[Python-Dev] Status on PEP-431 Timezones

Tim Peters tim.peters at gmail.com
Tue Jul 28 22:26:57 CEST 2015


[Łukasz Rekucki <lrekucki at gmail.com>]
>> Maybe instead of trying to decide who is "wrong" and which approach is
>> "broken", Python just needs a more clear separation between timezone
>> aware objects and "naive" ones?

[Lennart Regebro <regebro at gmail.com>]
> Well, the separation is pretty clear already.

I preemptively ;-) agreed with Lukasz on this:  it's downright strange
that we have datetime objects the docs call "aware" that nevertheless
_act_ as if they were "naive" in some cases of arithmetic.  That was
the intended design, but it is strange in that respect.  So it goes.

> Tim wants to have naive timezone aware objects, ie datetime objects that have
> a time zone but ignores the time zone, except when converting to other time zones.

That's not about what I want.  It's what Python _does_.  We can't wish
away how the language already works.  Guido designed it that way (with
an enormous amount of public input & debate), and I did the vast bulk
of the implementations.  It so happens I like Guido's design, but none
of that ever depended on what Tim wanted datetime to do (except in
minor respects, like adding the .replace() and .fromutc() methods,
which weren't part of the original design - I made those up based on
painful experience with many iterations of ever-changing prototypes -
but my role in arithmetic was just to implement the design specs).

> I have yet to see a use case for that.

Of course you have.  When you address them, you usually dismiss them
as "calendar operations" (IIRC).  In some of those cases, you
correctly pointed out that the user could have done as well (based on
all they explicitly revealed about their app's requirements) with a
naive datetime object.  In other cases, you made the same claim but
seemingly incorrectly (like any app that needs to track the local
clocks across multiple timezones with inter-zone conversions, and also
needs to do "calendar operations" in those timezones, and -
unsurprisingly! - uses Python's datetime arithmetic to implement such
operations.  It's unsurprising they do so because that was always the
intended and documented way to do so - and it has always worked for
these purposes).

But it doesn't matter whether you _call_ them "calendar operations",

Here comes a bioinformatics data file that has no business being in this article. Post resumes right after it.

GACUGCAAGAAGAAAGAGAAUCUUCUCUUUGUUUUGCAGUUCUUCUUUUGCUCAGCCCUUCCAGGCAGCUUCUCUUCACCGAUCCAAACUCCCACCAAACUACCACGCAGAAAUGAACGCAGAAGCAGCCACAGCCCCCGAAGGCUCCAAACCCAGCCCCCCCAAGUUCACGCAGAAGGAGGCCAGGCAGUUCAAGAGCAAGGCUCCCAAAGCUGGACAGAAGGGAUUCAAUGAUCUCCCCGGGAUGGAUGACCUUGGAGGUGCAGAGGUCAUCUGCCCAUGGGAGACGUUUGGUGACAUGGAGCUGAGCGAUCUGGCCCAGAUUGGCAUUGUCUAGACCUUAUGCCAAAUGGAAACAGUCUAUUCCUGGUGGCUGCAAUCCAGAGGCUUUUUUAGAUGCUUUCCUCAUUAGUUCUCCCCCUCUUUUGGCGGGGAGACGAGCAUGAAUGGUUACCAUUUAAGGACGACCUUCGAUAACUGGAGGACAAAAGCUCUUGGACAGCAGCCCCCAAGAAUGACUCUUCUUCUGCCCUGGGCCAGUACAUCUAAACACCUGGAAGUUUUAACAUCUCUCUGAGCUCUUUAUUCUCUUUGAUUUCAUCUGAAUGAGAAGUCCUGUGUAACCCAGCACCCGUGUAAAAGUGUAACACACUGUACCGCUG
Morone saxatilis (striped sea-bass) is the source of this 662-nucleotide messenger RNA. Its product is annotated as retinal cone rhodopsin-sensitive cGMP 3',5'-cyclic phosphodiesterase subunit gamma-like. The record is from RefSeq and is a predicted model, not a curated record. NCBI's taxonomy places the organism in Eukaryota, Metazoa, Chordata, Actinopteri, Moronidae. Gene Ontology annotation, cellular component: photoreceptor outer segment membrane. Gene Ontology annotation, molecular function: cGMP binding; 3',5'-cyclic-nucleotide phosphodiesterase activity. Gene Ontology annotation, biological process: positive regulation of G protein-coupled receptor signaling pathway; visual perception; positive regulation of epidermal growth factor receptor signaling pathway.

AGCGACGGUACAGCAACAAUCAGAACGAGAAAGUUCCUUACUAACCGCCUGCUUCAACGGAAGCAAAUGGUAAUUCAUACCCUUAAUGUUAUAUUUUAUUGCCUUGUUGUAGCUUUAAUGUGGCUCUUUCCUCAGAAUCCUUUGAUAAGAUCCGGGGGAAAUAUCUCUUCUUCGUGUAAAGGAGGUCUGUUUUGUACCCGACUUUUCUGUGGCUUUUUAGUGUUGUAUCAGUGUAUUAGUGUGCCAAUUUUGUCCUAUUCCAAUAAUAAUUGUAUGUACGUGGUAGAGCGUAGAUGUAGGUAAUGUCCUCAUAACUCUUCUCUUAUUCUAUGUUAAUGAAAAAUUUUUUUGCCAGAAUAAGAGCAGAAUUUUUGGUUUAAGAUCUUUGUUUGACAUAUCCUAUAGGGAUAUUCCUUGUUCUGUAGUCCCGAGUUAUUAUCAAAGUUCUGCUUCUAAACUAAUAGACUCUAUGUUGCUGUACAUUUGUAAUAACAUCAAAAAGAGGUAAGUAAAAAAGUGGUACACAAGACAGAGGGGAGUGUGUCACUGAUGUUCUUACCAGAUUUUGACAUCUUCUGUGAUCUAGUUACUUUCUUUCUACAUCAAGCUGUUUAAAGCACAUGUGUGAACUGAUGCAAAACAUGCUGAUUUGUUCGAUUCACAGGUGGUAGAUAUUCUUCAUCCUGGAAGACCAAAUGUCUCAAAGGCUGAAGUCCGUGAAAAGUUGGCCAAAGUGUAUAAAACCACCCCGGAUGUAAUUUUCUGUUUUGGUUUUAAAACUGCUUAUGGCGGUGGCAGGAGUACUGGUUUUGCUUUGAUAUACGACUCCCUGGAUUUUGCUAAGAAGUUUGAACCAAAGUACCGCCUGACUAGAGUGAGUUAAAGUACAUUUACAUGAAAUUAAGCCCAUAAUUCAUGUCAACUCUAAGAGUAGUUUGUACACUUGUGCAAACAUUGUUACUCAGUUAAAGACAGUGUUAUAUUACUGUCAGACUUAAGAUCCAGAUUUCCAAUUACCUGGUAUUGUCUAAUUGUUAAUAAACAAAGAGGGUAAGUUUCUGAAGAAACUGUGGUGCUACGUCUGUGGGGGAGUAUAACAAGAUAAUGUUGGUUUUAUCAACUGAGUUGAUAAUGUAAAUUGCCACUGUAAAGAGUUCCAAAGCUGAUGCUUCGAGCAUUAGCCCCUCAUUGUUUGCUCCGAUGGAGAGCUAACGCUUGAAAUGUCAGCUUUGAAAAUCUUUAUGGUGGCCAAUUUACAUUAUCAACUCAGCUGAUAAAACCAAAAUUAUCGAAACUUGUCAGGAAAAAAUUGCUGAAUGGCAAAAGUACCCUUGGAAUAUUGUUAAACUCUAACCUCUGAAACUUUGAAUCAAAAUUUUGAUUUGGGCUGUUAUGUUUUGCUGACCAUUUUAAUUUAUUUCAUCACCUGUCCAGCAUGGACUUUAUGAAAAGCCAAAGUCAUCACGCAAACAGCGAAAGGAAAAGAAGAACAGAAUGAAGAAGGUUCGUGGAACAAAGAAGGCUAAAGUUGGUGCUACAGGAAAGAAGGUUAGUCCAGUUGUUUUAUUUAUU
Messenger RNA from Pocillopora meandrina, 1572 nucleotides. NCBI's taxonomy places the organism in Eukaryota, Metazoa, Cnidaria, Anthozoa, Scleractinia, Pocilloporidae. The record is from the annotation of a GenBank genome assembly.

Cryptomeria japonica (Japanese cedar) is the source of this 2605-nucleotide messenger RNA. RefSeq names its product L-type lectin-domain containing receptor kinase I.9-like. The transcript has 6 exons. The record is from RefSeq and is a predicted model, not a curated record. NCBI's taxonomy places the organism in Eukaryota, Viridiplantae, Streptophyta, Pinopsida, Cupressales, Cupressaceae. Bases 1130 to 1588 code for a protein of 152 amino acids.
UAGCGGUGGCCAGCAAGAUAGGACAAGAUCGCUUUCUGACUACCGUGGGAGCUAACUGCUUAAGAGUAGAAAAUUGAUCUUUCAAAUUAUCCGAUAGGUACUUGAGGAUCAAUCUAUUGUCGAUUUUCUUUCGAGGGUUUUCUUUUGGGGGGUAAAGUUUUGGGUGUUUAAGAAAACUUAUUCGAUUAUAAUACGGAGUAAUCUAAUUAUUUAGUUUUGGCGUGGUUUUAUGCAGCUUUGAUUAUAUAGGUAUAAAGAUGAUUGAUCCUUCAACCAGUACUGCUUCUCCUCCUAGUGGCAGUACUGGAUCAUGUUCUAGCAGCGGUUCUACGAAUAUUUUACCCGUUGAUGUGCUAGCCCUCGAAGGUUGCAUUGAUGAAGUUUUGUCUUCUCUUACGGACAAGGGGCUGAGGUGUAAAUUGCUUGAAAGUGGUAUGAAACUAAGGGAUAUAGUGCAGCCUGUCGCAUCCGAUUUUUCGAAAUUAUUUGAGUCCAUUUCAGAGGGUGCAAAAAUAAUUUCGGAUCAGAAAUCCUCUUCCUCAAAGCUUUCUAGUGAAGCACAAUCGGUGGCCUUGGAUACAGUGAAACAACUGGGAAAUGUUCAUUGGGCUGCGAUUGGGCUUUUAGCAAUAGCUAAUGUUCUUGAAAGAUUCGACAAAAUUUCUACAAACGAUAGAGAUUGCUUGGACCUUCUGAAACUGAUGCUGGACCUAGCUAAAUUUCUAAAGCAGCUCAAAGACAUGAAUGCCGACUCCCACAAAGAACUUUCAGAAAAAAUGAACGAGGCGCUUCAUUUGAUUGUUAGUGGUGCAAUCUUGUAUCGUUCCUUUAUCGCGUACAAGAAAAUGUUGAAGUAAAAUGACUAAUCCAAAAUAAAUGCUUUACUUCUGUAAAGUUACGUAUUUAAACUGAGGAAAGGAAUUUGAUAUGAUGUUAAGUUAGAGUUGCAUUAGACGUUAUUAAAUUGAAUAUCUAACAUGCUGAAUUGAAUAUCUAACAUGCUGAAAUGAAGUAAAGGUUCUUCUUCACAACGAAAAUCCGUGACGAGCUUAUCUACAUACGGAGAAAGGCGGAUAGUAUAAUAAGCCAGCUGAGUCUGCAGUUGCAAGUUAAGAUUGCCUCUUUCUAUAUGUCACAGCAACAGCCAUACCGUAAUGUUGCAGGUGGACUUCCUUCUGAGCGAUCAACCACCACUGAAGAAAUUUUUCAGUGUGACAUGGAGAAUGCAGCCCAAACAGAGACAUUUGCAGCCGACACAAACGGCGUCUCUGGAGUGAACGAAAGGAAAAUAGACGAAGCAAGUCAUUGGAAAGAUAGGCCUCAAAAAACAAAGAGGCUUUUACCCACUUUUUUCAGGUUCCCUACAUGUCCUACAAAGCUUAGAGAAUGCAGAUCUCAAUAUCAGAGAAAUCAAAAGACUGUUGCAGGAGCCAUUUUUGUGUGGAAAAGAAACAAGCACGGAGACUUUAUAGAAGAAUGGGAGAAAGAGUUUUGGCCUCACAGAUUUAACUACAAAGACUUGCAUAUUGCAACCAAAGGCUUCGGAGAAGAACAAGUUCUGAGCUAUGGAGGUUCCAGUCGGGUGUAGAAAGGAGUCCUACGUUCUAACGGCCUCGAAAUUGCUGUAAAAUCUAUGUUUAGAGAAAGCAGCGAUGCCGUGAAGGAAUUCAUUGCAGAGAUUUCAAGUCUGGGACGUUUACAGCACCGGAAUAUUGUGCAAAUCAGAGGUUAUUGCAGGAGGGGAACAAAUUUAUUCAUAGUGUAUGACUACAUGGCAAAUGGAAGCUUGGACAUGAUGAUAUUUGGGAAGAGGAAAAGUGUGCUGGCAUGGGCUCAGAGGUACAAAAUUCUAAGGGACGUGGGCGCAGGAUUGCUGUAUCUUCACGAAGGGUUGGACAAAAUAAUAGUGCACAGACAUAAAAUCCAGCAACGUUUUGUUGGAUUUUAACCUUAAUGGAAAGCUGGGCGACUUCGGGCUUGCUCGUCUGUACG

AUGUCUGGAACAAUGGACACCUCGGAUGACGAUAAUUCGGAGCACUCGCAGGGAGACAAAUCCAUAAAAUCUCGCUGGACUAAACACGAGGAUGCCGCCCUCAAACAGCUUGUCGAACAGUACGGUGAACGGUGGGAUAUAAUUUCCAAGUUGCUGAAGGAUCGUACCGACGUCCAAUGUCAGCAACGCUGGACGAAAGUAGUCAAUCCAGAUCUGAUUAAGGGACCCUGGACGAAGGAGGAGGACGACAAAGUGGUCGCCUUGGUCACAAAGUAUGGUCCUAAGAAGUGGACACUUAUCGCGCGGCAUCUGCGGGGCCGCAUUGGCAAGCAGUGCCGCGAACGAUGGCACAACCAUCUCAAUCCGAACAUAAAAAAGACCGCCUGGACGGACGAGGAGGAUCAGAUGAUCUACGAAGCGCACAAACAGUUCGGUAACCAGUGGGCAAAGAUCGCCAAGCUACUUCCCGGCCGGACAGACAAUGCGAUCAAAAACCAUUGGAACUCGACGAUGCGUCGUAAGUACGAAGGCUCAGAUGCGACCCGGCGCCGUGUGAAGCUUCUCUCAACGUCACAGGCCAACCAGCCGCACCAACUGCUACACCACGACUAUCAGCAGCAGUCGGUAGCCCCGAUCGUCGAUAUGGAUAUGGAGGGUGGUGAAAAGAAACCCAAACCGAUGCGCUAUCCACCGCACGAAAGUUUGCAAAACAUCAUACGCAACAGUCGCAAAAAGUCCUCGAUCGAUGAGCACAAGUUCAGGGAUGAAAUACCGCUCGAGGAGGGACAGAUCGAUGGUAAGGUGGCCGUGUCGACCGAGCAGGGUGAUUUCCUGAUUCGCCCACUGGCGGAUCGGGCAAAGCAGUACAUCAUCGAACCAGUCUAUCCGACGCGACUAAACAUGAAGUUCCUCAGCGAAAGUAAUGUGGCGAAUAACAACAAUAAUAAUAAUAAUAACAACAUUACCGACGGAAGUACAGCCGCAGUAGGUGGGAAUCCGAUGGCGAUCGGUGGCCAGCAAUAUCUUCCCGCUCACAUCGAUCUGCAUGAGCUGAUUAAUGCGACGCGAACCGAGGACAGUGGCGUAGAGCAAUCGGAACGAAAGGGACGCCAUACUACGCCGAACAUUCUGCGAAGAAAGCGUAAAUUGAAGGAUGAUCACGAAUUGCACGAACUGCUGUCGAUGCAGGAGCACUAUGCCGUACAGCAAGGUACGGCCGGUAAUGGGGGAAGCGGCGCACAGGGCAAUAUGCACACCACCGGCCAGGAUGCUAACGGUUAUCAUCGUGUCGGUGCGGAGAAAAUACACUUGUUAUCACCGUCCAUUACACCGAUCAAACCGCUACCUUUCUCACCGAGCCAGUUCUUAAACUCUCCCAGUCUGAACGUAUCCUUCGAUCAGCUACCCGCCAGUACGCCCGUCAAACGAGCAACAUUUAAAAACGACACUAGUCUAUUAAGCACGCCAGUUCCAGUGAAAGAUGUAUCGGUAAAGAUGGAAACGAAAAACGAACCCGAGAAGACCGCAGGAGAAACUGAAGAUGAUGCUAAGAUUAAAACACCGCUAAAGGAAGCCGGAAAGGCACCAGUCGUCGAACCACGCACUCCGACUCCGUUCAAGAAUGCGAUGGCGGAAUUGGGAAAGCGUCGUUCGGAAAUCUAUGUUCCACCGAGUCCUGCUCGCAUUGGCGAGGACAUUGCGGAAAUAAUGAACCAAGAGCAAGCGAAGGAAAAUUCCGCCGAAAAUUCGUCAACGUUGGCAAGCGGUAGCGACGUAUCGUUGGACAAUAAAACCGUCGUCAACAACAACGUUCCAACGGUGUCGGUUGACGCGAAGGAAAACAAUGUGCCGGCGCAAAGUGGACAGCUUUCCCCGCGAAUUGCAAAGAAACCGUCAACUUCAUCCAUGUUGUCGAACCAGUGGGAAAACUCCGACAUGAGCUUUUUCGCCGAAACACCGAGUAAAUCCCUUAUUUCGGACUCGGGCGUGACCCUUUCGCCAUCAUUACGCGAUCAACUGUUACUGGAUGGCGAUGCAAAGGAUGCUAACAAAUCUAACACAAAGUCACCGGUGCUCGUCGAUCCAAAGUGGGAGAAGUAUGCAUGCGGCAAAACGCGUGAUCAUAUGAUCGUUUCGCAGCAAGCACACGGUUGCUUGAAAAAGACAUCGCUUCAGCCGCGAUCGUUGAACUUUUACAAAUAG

or anything else.  What they're called doesn't change any of the
high-order bits:  they are use cases, they already work, they have
worked that way for a dozen years (an eternity in "computer time"),
they were always intended to work that way, and the docs have always
said they work that way.

I do think you're missing my fundamental objection:  no matter what
intended and documented thing datetime (or any other module) has done
all along, and regardless of whether I loved it or hated it, I'd be
just as annoying about insisting we cannot intentionally break
existing code using that thing in non-trivial ways without a
justification so compelling that I can't recall a case of it ever
happening.

If Python had been doing "Lennart arithmetic" all along, and Guido
proposed changing to "Guido arithmetic" in Python 2 and/or Python 3,
I'd be equally opposed to his proposal (& despite that I prefer
Guido's vision of how datetime arithmetic should work - "tough luck -
it's too late". And he'd eventually agree.  Be like Guido ;-) ).

Given Guido's brief message, I'll cut the weasel words, confident that
I'm still channeling his intent in this area:  major
backward-incompatible changes (like altering the meaning of arithmetic
using already-existing objects and operations) are not going to
happen.   It's clear now that he'd even remain opposed to such a
change in a hypothetical everything-can-change Python 4, because he
still likes his original design.

So please move on.  New objects, new operations, new functions, new
methods, new optional arguments on existing methods, even new modules
... all remain on the table.  Changing the meaning of code that some
users are perfectly happy with was never really _on_ the table (which
would have been made clear before if the PEP had spelled out that
changes to the results of arithmetic wouldn't be restricted to a tiny
number of annoying-to-everyone-regardless edge cases).

Even convincing _everyone_ that "it's broken" (which will never happen
either) wouldn't change one jot of this.  Look:

>>> 0.1 + 0.1 + 0.1 == 0.3
False

That will remain "broken" forever too (except, perhaps, until Python
4). and despite that it's one of the most frequent of all user
complaints.

So at worst you're in good company ;-)


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